Presumption of indirect discrimination

The applicants maintained that by being placed in special schools they had, without objective and reasonable justification, been treated less favourably than non-Roma children in a comparable situation. In support of that claim they had submitted statistical data based on information provided by head teachers that showed that more than half the pupils in special schools in Ostrava were from the Roma community.

The Court noted that in the reports they had submitted in accordance with the Framework Convention for the Protection of National Minorities, the Czech authorities had accepted that in 1999 Roma pupils made up between 80 % and 90 % of the total number of pupils in some special schools and that in 2004 “large numbers” of Roma children were still being placed in special schools. Further, according to a report published by ECRI (European Commission against Racism and Intolerance) in 2000, Roma children were “vastly overrepresented” in special schools.

The Court observed that, even if the exact percentage of Roma children in special schools at the relevant time remained difficult to establish, their number was disproportionately high and Roma pupils formed a majority of the pupils in special schools.

The evidence submitted by the applicants could be regarded as sufficiently reliable and significant to give rise to a strong presumption of indirect discrimination so that the burden of proof shifted to the Government to show that the difference in the impact of the legislation was the result of objective factors unrelated to ethnic origin.

Objective and reasonable justification

The Court accepted that the Czech Republic’s decision to retain the special-school system had been motivated by the desire to find a solution for children with special educational needs. However, it shared the disquiet of the other Council of Europe institutions who had expressed concerns about the more basic curriculum followed in these schools and, in particular, the segregation the system caused.

As regards the assessments, it was common ground that all the children examined had sat the same tests, irrespective of their ethnic origin. The Czech authorities had themselves acknowledged in 1999 that “Romany children with average or above-average intellect” were often placed in schools on the basis of the results of psychological tests and that the tests were conceived for the majority population and did not take Roma specifics into consideration.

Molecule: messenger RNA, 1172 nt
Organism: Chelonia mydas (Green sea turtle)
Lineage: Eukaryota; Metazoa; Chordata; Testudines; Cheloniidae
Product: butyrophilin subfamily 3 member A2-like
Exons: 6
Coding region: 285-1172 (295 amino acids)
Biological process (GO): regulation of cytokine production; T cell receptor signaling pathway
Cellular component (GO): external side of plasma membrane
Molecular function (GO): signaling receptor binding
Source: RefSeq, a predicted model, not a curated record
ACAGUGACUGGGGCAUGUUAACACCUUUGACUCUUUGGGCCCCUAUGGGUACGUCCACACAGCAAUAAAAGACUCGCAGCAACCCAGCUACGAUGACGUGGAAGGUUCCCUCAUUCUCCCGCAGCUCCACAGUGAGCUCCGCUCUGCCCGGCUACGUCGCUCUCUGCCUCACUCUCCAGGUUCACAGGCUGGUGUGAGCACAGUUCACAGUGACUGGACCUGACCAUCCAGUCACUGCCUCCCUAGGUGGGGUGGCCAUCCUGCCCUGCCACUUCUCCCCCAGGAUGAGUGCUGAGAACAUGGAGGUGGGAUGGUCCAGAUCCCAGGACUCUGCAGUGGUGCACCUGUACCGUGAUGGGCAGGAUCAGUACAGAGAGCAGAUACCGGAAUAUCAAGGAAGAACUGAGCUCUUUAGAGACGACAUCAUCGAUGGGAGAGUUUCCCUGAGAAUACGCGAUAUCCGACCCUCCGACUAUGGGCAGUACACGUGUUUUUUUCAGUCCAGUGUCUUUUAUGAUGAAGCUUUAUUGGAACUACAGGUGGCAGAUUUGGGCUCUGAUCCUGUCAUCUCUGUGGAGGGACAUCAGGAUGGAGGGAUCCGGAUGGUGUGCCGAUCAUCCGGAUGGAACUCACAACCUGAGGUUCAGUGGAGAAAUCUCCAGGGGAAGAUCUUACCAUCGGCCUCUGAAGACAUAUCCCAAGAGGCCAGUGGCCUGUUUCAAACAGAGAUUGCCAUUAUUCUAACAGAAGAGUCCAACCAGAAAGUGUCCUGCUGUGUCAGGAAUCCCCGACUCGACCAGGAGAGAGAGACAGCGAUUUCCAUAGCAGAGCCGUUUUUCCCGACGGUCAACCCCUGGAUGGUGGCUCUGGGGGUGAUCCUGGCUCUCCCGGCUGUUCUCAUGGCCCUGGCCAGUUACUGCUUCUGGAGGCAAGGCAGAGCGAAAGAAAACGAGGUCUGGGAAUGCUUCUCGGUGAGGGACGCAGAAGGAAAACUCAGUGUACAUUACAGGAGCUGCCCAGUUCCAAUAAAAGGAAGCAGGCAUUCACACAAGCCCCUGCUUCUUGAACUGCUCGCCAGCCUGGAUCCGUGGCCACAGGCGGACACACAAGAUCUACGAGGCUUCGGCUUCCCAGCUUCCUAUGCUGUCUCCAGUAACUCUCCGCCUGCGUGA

The Court considered that there was a danger that the tests were biased and that the results were not analysed in the light of the particularities and special characteristics of the Roma children who sat them. In that connection, it observed, amongst other things, that ECRI had noted that the channelling of Roma children to special schools for the mentally-retarded was reportedly often “quasi-automatic” and needed to be examined to ensure that any testing used was “fair” and that the true abilities of each child were “properly evaluated” while the Council of Europe Commissioner for Human Rights had reported that Roma children were frequently placed in classes for children with special needs “without an adequate psychological or pedagogical assessment, the real criteria clearly being their ethnic origin”. In those circumstances, the results of the tests could not serve as justification for the impugned difference in treatment.

As for parental consent, which the Czech Government had considered to be the decisive factor, the Court was not satisfied that the parents of the Roma children, who were members of a disadvantaged community and often poorly educated, were capable of weighing up all the aspects of the situation and the consequences of giving their consent. In any event, in view of the fundamental importance of the prohibition of racial discrimination, the Grand Chamber considered that no waiver of the right not to be subjected to racial discrimination could be accepted, as it would be counter to an important public interest.

In its conclusion, as was apparent from the documentation produced by ECRI and the report of the Commissioner for Human Rights of the Council of Europe, the Czech Republic was not alone in having encountered difficulties in providing schooling for Roma children: other European States had had similar difficulties. The Court was gratified to note that, unlike some countries, the Czech Republic had sought to tackle the problem. However, while recognising the efforts the Czech authorities had made to ensure that Roma children received schooling and the difficulties they had been confronted with, the Court was not satisfied that the difference in treatment between Roma children and non-Roma children was objectively and reasonably justified and that there existed a reasonable relationship of proportionality between the means used and the aim pursued. In that connection, it noted with interest that new legislation in the Czech Republic had abolished special schools and provided for children with special educational needs, including socially disadvantaged children, to be educated in ordinary schools.

Since it had been established that the relevant Czech legislation at the relevant time had had a disproportionately prejudicial effect on the Roma community, the applicants as members of that community had necessarily suffered the same discriminatory treatment. Consequently, there had been a violation of Article 14 of the Convention, read in conjunction with Article 2 of Protocol No. 1.

Judges Zupančič, Jungwiert, Borrego Borrego and Šikuta expressed dissenting opinions, which are annexed to the judgment.